Dani Ortman Ontario, Canada

Pins and Needles Fiber. Shadow woven. 80" x 20" $600

Seven years ago I sat down to a loom for the first time, it was love at first pass of the shuttle. The textiles I craft are hand woven on a 4-shaft floor loom and honor slow movements, while bringing a precious value back to the commodity of cloth. Classic weave structures are studied and influence a contemporary woven aesthetic with traditional design. Algorithms and arithmetic are used to determine equations of harmonious order, calculating threading sequences and provoking patterns that appear more pleasing to the eye. Color is developed and arranged to complement design and give rise to visual effects.

So Young Park Vestal, NY

Nativity Silver, freshwater pearls. Hammered, formed, chased, tapered, soldered, oxidized. 2.5" x 7" x 2.5" $6,400

As So Young Park grew, she had several tragic experiences involving the death of her friends. She suffered a long time and her view of life and death dramatically grew differently from many other people. Through nature, she found that human life and plant life have similar growth and life characteristics. From an atheistic point view, nature reveals the beauty of the eternal cycles of life, like how rebirth transcends the tragedy of death. Her pieces express changing from anger, sorrow to desire, hope, and the power of life through human figures and mixing organic plant forms.

Inni PÄrnÄnen Helsinki, Finland

Summer Birch plywood. Laser cut, bent, pressed. 39.37" x 39.37" x 1.57" $2,500

It makes the long, dark, Nordic winter period easier to bear when the themes of your work serve as a reminder of a warmer light filled period to return. In my work Summer, I have studied the stack-ability and the strength and flexibility of anticlastic and cell-like structures. The little spaces created within these structures and the shadows reflected by the light play an important part in the piece.

Leslie L. Pontz Philadelphia, PA

Natural Drape Monofilament, cotton. Crocheted. 22" x 12" x 6" $2,500

All of my work is crocheted using a very detailed pattern, created by me, with a finished form in mind. However, Natural Drape was begun by following a very detailed pattern, and then the forms were allowed to "speak" as they developed. As they "spoke" I listened, and they were not only allowed, but encouraged, to find their own natural drapes and movements as I continued to crochet. Control of the finished sculpture was given over to the inanimate object and the materials with which it was made. The use of the cotton results in a very different kind of movement than one finds when using softer, finer threads. The drape becomes more defined and more concrete. The weight of the cotton pulls the form down, hanging like the soft skin of an older neck. The cotton is juxtaposed to the harder texture of the basic round monofilament form of the sculpture. The contrast of hard and soft is an element that I always find adds interest to the dynamics of my sculpture.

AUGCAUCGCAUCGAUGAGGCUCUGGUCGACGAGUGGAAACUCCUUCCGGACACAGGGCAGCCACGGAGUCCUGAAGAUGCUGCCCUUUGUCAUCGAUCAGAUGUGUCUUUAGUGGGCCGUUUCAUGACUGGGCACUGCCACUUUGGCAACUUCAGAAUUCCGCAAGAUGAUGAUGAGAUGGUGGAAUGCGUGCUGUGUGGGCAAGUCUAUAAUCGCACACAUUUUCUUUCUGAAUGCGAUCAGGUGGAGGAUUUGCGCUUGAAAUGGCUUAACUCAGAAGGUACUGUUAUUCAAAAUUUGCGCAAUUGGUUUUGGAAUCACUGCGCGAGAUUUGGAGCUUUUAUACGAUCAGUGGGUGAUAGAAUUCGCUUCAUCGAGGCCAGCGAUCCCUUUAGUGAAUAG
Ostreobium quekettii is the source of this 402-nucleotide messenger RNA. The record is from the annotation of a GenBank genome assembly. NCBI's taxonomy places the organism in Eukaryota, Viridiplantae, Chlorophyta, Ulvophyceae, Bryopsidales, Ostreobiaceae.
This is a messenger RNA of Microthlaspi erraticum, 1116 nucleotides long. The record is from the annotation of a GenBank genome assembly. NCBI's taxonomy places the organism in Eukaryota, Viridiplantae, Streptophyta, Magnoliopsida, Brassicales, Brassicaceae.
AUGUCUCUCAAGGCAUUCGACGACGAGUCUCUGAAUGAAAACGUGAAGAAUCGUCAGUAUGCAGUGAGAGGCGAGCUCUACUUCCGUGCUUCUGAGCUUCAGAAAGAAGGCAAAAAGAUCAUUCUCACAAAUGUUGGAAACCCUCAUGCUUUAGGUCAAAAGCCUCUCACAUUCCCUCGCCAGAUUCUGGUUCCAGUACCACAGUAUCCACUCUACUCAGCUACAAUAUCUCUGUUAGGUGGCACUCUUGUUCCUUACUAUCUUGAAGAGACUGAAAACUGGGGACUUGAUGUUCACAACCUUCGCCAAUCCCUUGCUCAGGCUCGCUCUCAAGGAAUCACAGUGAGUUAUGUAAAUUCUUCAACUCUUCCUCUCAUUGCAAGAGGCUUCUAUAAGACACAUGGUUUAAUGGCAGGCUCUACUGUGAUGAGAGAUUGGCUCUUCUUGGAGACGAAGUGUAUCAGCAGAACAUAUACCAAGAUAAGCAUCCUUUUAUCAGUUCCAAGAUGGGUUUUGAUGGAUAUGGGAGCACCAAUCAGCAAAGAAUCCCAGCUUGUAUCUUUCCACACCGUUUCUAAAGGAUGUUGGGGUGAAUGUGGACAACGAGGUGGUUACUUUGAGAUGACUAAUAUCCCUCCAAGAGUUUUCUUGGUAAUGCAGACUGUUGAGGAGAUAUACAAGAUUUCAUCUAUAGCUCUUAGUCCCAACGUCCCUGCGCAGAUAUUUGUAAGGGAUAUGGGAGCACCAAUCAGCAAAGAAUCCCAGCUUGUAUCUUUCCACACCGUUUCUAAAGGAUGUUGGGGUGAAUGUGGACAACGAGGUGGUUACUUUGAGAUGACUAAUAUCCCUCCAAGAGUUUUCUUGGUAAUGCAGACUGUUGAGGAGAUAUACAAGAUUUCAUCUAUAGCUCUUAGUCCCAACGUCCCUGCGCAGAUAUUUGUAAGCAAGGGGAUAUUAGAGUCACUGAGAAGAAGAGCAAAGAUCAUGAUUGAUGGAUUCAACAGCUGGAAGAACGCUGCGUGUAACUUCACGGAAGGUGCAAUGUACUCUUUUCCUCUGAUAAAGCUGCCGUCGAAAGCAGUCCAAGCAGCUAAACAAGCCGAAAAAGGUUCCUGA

Mira Ramchandi Narberth, PA

Brooch Metal, plastic. 3D printed, hand painted. 3.5" x 2" x 1" $200

Mira Ramchandani was born in India and raised outside Philadelphia. She graduated from Pratt Institute with a BFA in Jewelry Design and went on to study at the Tyler School of Art where she received her Master's in Metals/Jewelry/CAD-CAM. Her latest collection is about mixing the past with the present. She as been developing a collection inspired by the Rococo Period. Using gilded frames as inspiration she created a collection titled My Family History.

Denise L. Roberts Albright, WV

MITOTE #6 (left) Cotton. Hand dyed, machine pieced, machine quilted. 85.5" x 40.25" $10,000

MITOTE #8 (right) Cotton. Hand dyed, machine pieced, machine quilted. 85.5" x 37.5" $10,000

The Toltec speak of the Mitote of the mind. The Mitote is the symphony of voices that seem to clamor for your attention - the preconceived notions, opinions, thoughts, ideas, that constantly whirl in your mind. This series represents my mind at various times. The use of individual curvilinear shapes represent thoughts. As new thoughts come to mind they have a direct interaction with the previous thoughts. Some cut straight through, disturbing and interrupting thoughts.

Stephen S. Robison with Kathleen Guss Ellensburg, WA

Pasta Box Clay. Hand built, wood fired. 17" x 6" x 7" $450

Pasta Box is a collaborative utilitarian work based on virus studies.

Michael F. Rohde Westlake Village, CA



Fiber. Hand woven.

Fiber. Hand woven.

47" x 37" x 1"

44" x 33" x 1"



On Golden: The link between text and textiles is often discussed. Golden is part of a series of tapestries that began with images of printed Tibetan prayers. The 'text' almost appears legible, but is in reality only dashes of contrasting colors. The source image for this version was a gold and red thangka of a Medicine Buddha. On Reality: Handwoven tapestry has often been pushed to the limits of the capabilities of the medium, in an effort to approach photo realism. My approach is to recognize the grid imposed by the loom. For me, this leads to an examination of what are the minimum bits of information that can suggest a recognizable image. For this group of tapestries, I have used photos of faces, some recognizable, some not, and reduced the image to 20 pixels wide. This produces the weaving plan, from which I again approximate the colors for each pixel and weave, row by row a set of squares, to generate an abstracted face.

Seth Rolland Port Townsend, WA

Starfish Hanging Lamp Cherry wood, LED bulb. Kerf cut, bent, carved. 7" x 31" x 31" $3,200